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VLX VT600 Valve Lash Inspection
Performed on a 2007

Every time I have to do something and can't find decent information about someone else having done it first I'ma make a write-up with pics.
Here are the instructions from the service manual. The only useful information I can add is that I had to remove the mounting bolt at the bottom of my radiator because there is no useful clearance between the upper radiator hose and the inspection cover bolt behind it. I bent one of the radiator rubber mounts wrestling it before I gave in and unbolted it. You won't get a lot of clearance but you need every mm you can get. My bolts were very tight and appeared to have some thread sealer on them. I couldn't get them off with just an allen wrench and ended up cutting a nub off so I could use my ratchet. The wrench size is 5mm. You will also need one of those allen wrenches with a rounded end for the rear bolt under the frame because you cannot get straight at it.



INSPECTION
NOTE:
Inspect and adjust the valve clearance while the engine is cold (below 35 'C/95 'F).
Remove the fuel tank. Remove the air cleaner housing



Remove the air cleaner chamber and inlet duct.



Remove the crankshaft cap.
hole cap and timing hole.



Remove the bolts and valve adjusting covers from the cylinder head covers.



NOTE:
Adjust the front cylinder valves first.

FRONT CYLINDER HEAD
Rotate the flywheel counterclockwise to align the "FT" mark with the index notch on the left crankcase cover.
Make sure the piston is at TDC (Top Dead Center) on the compression stroke.

REAR CYLINDER HEAD
Rotate the flywheel counterclockwise to align the "RT" mark with the index notch on the left crankcase cover.
Make sure the piston is at TDC (Top Dead Center) on the compression stroke.
Inspect the clearance of all three valve by inserting feeler gauge between the valve.

VALVE CLEARANCE: IN: 0.15 mm (0.006 in) EX: 0.20 mm (0.008 in)

ADJUSTMENT
Adjust by loosening the lock nut and turning the adjusting screw until there is a slight drag on the feeler gauge.
Hold the adjusting screw and tighten the lock nut.
TORQUE: 23 N.m (2.3 kgf-m , 17 Ibf-ft)
TOOL: Valve adjusting wrench 07908 - KE90000 or 07908-KE90100 (U.S.A. only)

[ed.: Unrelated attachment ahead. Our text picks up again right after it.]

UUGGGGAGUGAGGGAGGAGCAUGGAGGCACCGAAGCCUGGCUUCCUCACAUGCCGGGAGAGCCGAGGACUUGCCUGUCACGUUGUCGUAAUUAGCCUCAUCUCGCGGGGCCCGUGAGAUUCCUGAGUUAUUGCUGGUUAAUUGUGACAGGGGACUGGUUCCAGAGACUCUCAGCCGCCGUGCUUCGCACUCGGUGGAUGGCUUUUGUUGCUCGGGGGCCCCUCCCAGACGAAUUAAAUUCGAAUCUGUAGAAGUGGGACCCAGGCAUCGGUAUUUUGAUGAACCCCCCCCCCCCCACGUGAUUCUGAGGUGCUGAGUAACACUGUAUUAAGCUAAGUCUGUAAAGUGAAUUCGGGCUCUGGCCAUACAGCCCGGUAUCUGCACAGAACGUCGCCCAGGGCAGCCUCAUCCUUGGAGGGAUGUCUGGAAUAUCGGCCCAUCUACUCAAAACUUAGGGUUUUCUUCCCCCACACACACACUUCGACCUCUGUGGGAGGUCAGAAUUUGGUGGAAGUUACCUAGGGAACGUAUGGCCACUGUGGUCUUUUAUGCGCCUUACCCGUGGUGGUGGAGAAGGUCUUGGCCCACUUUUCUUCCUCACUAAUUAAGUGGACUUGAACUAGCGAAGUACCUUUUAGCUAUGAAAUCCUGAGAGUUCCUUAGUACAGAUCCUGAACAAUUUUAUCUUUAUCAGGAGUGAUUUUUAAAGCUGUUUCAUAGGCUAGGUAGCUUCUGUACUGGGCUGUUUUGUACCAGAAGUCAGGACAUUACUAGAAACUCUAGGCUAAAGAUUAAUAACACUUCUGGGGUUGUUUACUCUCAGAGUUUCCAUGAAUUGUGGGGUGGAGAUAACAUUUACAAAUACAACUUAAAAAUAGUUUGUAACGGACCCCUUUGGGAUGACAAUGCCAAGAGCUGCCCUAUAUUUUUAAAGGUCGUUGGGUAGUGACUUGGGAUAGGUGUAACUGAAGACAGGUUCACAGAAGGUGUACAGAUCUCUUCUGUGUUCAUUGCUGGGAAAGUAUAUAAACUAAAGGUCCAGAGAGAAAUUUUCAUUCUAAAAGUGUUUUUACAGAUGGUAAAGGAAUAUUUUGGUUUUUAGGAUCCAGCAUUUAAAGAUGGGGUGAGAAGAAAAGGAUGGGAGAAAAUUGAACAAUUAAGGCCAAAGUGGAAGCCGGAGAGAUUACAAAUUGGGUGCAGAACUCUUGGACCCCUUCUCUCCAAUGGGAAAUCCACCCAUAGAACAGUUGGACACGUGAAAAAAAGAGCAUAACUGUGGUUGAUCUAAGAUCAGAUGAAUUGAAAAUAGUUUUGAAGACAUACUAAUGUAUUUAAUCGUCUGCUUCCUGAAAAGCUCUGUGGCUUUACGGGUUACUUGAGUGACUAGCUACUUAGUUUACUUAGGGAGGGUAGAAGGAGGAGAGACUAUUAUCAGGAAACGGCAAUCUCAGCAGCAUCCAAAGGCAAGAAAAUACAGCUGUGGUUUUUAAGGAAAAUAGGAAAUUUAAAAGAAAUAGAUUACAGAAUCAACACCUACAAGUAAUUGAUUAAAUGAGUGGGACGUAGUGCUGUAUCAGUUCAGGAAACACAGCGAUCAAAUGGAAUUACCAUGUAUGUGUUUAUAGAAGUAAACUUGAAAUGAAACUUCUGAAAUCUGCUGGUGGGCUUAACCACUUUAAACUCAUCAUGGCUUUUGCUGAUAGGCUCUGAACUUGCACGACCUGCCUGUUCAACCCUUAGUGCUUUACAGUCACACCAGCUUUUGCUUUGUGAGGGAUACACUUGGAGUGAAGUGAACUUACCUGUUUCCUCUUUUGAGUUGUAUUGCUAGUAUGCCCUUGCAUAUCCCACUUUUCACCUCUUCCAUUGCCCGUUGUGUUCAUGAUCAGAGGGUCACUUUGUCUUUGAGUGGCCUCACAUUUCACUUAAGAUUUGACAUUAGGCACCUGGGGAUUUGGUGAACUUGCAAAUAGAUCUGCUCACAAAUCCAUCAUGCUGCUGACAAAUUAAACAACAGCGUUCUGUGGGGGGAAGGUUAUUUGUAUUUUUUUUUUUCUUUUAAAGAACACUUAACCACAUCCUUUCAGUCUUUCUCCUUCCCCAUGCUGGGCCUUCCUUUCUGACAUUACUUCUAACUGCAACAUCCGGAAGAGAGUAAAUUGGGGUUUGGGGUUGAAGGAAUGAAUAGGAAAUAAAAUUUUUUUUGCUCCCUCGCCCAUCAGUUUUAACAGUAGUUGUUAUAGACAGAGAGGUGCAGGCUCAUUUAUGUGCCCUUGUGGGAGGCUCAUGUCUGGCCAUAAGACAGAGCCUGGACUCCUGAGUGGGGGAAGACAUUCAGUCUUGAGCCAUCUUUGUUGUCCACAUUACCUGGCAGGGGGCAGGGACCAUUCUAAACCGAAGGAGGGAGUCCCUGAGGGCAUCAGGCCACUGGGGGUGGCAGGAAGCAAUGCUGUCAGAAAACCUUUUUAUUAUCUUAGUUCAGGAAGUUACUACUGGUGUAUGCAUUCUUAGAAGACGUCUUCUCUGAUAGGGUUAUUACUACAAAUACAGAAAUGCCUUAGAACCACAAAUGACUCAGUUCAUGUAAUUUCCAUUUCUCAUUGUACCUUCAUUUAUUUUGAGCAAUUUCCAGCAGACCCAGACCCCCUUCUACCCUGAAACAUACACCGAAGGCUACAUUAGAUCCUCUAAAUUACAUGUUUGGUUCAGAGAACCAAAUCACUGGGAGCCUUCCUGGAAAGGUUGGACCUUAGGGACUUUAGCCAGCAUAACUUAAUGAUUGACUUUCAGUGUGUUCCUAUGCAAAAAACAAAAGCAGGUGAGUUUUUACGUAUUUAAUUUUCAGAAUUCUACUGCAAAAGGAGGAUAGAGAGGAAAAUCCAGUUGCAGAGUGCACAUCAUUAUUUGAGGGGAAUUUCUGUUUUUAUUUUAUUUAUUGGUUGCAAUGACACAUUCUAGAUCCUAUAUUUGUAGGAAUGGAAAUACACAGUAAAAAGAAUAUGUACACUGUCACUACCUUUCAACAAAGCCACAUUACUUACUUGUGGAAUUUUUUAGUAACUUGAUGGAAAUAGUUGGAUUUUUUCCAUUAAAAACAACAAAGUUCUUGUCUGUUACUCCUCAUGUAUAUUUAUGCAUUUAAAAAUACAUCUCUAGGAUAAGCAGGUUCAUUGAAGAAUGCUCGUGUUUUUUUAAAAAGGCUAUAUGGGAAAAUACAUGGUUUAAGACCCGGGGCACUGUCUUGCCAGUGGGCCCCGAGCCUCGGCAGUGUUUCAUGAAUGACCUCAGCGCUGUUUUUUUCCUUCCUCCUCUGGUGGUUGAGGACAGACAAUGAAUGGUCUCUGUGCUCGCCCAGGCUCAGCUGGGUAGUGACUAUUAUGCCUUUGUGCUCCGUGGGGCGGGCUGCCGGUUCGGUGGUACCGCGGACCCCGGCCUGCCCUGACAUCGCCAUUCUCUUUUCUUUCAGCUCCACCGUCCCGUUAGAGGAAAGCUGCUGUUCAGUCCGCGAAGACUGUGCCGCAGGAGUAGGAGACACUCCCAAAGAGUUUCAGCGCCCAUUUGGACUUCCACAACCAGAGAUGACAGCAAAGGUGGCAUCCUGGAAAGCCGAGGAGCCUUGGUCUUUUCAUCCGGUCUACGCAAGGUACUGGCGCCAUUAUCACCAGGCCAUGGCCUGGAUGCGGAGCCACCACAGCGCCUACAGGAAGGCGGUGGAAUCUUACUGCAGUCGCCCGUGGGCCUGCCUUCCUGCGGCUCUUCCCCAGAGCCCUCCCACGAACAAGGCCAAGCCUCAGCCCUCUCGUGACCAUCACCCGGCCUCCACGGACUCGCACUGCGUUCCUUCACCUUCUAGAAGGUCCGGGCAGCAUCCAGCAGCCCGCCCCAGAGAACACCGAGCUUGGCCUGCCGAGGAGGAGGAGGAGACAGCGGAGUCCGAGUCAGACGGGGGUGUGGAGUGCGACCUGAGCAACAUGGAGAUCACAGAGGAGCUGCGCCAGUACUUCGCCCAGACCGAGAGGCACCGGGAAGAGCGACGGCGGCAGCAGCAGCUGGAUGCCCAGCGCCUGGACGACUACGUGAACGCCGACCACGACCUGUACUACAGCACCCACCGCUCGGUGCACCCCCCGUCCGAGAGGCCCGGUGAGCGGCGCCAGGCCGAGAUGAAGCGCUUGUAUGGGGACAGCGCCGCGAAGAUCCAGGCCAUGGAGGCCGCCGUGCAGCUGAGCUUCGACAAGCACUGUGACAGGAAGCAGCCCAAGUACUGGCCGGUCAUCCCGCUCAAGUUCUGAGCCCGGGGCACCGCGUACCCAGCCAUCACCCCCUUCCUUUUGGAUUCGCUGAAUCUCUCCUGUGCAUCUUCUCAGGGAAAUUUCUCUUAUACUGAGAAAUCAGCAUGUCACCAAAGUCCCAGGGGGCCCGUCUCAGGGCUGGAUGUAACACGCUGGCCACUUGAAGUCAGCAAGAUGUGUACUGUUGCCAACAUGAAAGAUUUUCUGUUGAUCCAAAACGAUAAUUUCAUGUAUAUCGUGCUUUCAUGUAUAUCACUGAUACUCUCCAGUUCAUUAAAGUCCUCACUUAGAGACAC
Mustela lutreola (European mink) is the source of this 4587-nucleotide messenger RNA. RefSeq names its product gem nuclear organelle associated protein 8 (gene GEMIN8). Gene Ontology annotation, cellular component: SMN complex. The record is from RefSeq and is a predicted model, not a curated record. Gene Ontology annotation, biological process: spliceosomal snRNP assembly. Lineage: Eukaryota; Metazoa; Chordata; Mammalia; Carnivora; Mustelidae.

NOTE:
Apply oil to the nut and bolt threads.
Check the O-rings of the valve adjusting covers for damage and replace if necessary.
Install the front and rear valve adjusting covers.
Tighten the cover bolts to the specified torque.
TORQUE: 12 N.m (1.2 kgf-m ,9 1bf.e)

I would rate this job around medium difficulty if you're comfortable working on things. Not hard, but the tight spaces make things frustrating. I won't be checking the lash again unless I have a reason to like poor performance or odd noises. Having everything removed to get at the inspection covers made changing plugs a breeze so I recommend making this a two-birds-with-one-stone job unless you're pretty certain you need to get in there.
 

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Very informative. The details probably get scoffed at until an owner has to actually adjust the valve lash himself. Usual, I guess. I have the same model and year bike but not the deluxe version. The deluxe has the extra chrome. And absolutely, accessing those valves tappets take up most of the time. Honda installed inspection hatches so you don't have to remove the entire cylinder heads to adjust the valve lash but getting those hatches off is still a task.


It's easier to remove the air snorkel if you detach the PAIR hose at one end by undoing the spring clamp (arrow), then pull the PAIR hose off to the side. Unlike others, that spring clamp is easy to put back on.


Grind down the L on a hex wrench to the appropriate length to reach the front socket bolts shown. You won't be able to torque it back to specs, oh well.



As far as the rear socket bolts, they are indeed reachable. Just nudge the wire harness etc. obstructing the socket bolts out of the way with a hex bit on an extension. I might have temporarily detached the rear PAIR hose, I forget.
 

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I can't find TDC, I see marks with no letters, RT, F, FT.

Then, you'll have to open the access hatch to find TDC 'compression stroke'. When at TDC compression, both intake and exhaust valves should have a gap, are loose, at the tappet because the cam lobe isn't pressing the tappet down on the valve stem, against the coil spring. Make sure to line up the nearest mark on the crankshaft though.

There is also TDC exhaust stroke. However, at TDC exhaust stroke, the cam is pressing down on the exhaust valve stem leaving no gap between the valve stem and the tappet. So 'both' valves won't be loose. I had to grind down an L-shaped allen wrench to reach the access hatch.

283662
 

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I can't remember where I read about it, but when in RT or FT if I turn 360° or 720° idk, I should be at TDC. I can now feel the gap and my front cylinder feels like having a bigger gap than the rear one. My bike had some issues with the rear cylinder where it was smoking white. And we checked compression on both engines and it only reached 85.

When started the bike, everything seems fine than after 5 min running it started to loose power. My friend believes its the valves, so we gonna check it and hope it works.
 
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